This description of how Microsoft fits into the 'web 2.0' world, by Dr Gary Flake (the head of Microsoft's Live Labs), is worthy of comment. Here's what Dr Flake said:
"People from Redmond often speak of a "platform" while in the valley they speak of an "ecosystem". Here's the surprise: both groups are talking about the same thing. To MS, Windows is a platform because it fosters a virtuous cycle in two parts: developers come to the platform because it has the most users; users come to the platform because it has the most software.
In the valley, everyone talks about Web 2.0ish things that all come down to creating something of an ecosystem where people and companies of all sizes can be both producers and consumers. In both cases, we see something of an indirect network effect, where the aggregate value -- the whole -- is greater than the sum of the parts.
Here's what's new: many folks within MS are now realizing that a lot of the stuff that's real about Web 2.0 -- not the fluffy buzzwords but the fundamental and important parts -- have actually been part of MS's core vision and mission for *decades*. Do you believe in the importance of ecosystems? Windows is the biggest one ever, that generates vastly more wealth for third parties than for MS. Do you value the long tail? MS has done more for bringing computing to the masses (both people and small businesses) than any other company. Is the democratization of tools important to you? Desktop publishing and simplified development flourish because of tools like Office and Visual Basic. What about network effects? We've created several that have reaped incalculable value to society.
Okay, now I know I am sounding like a corporate drone and I am well aware that for every example above, there are plenty of people in the valley that will bitch about my characterization. When you assume evil, then an ecosystem looks less than well-intentioned. When you assume goodness, then an ecosystem looks like benevolence. The truth is more complex and vastly more interesting.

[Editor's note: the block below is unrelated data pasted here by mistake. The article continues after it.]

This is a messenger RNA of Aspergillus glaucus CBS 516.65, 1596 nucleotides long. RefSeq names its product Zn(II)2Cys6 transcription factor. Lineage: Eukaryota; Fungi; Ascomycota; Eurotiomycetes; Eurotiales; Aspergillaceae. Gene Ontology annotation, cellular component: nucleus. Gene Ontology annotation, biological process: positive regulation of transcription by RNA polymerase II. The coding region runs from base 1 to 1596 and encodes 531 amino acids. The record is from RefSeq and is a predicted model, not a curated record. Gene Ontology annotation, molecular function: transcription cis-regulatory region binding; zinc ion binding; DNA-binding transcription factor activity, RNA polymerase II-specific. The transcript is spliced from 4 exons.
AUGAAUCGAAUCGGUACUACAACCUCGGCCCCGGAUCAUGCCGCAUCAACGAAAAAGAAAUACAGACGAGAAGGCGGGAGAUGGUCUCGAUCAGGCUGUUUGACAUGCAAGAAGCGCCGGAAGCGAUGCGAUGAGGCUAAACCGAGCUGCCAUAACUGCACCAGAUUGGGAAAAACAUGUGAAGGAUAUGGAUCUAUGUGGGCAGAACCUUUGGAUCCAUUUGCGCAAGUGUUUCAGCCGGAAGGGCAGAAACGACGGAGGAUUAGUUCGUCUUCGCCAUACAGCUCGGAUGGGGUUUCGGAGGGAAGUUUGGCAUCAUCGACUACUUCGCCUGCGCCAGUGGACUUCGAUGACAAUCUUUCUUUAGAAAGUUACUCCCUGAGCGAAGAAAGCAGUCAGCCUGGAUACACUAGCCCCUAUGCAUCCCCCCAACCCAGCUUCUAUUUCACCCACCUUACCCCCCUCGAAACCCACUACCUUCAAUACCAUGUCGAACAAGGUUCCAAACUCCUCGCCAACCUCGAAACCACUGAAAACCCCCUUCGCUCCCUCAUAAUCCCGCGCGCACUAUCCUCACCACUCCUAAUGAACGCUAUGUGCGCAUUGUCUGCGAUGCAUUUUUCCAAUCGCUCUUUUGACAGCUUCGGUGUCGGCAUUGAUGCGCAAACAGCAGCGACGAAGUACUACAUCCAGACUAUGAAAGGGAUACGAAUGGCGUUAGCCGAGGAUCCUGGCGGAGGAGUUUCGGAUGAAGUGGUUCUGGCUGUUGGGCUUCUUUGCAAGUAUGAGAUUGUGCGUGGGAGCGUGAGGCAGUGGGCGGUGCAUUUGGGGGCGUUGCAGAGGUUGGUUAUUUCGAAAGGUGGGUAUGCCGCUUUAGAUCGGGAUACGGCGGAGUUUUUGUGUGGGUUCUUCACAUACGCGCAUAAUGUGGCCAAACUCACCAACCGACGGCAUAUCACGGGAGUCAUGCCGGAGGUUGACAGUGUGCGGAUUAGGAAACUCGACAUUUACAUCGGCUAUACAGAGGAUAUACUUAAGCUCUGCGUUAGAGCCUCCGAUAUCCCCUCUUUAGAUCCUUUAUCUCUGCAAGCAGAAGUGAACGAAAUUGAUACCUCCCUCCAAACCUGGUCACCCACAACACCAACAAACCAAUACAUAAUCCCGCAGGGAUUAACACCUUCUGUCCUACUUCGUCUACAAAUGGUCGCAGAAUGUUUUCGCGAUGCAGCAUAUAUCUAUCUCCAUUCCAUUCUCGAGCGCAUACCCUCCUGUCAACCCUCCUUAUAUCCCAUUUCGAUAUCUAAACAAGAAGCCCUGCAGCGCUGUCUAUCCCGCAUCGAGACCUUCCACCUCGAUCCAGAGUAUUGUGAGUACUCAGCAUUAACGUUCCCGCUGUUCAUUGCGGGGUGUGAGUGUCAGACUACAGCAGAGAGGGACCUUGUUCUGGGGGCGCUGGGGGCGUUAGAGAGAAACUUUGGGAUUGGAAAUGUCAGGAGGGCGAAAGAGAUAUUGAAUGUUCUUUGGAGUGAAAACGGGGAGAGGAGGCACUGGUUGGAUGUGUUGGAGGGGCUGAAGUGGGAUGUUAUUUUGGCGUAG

So look at the facts: MS was pushing Web 2.0 values over a decade ago. It's the realization that this is the case that's new for MS. Our vision for where we've been, what we know how to do, and where we want to go is now much more crisp and consistent than it has ever been before. We know that helping people to be more successful -- seeking win-win dynamics -- is a major part of what we do. It's not new, but clearly connecting the dots between our past and our future is very new and, frankly, downright exciting."
Now, forget about the whole controversy about what is or isn't web 2.0 for a bit. As Marshall McLuhan once advised: instead of asking 'is this a good thing or a bad thing?', ask instead 'what's going on?'. That's been my modus operandi in 2006 in fact :-) Anyway, call it the two-way Web, the Live Web - whatever. But as Dr Flake points out, the core parts of it have been around for years and (at a bit of a stretch) you could say Microsoft has indeed created ecosystems and network effects, etc. What's debatable about Dr Flake's characterization is whether a closed and top-down controlled ecosystem is truly "pushing Web 2.0 values". Aren't ecosystems and "democratization of tools" supposed to be about open values - as in open source and open standards? As a commenter on John Battelle's blog named 'Give me a break' put it:
"Microsoft does not support ecosystems - they support biospheres. When they want you to die, they cut off your oxygen supply."
I wouldn't put it that harshly (although Tim O'Reilly tried that line of questioning to Bill Gates at Mix 06, re his question on Netscape's air supply!), but the fact is Microsoft over the years has indeed flourished by controlling the platforms they've created and not letting the bigger animals (like Netscape) play in the ecosystem. It is encouraging that Microsoft now is starting to use 'open' tools like RSS and microformats, but it's a stretch to suggest Microsoft has always been about open ecosystems and democratic values.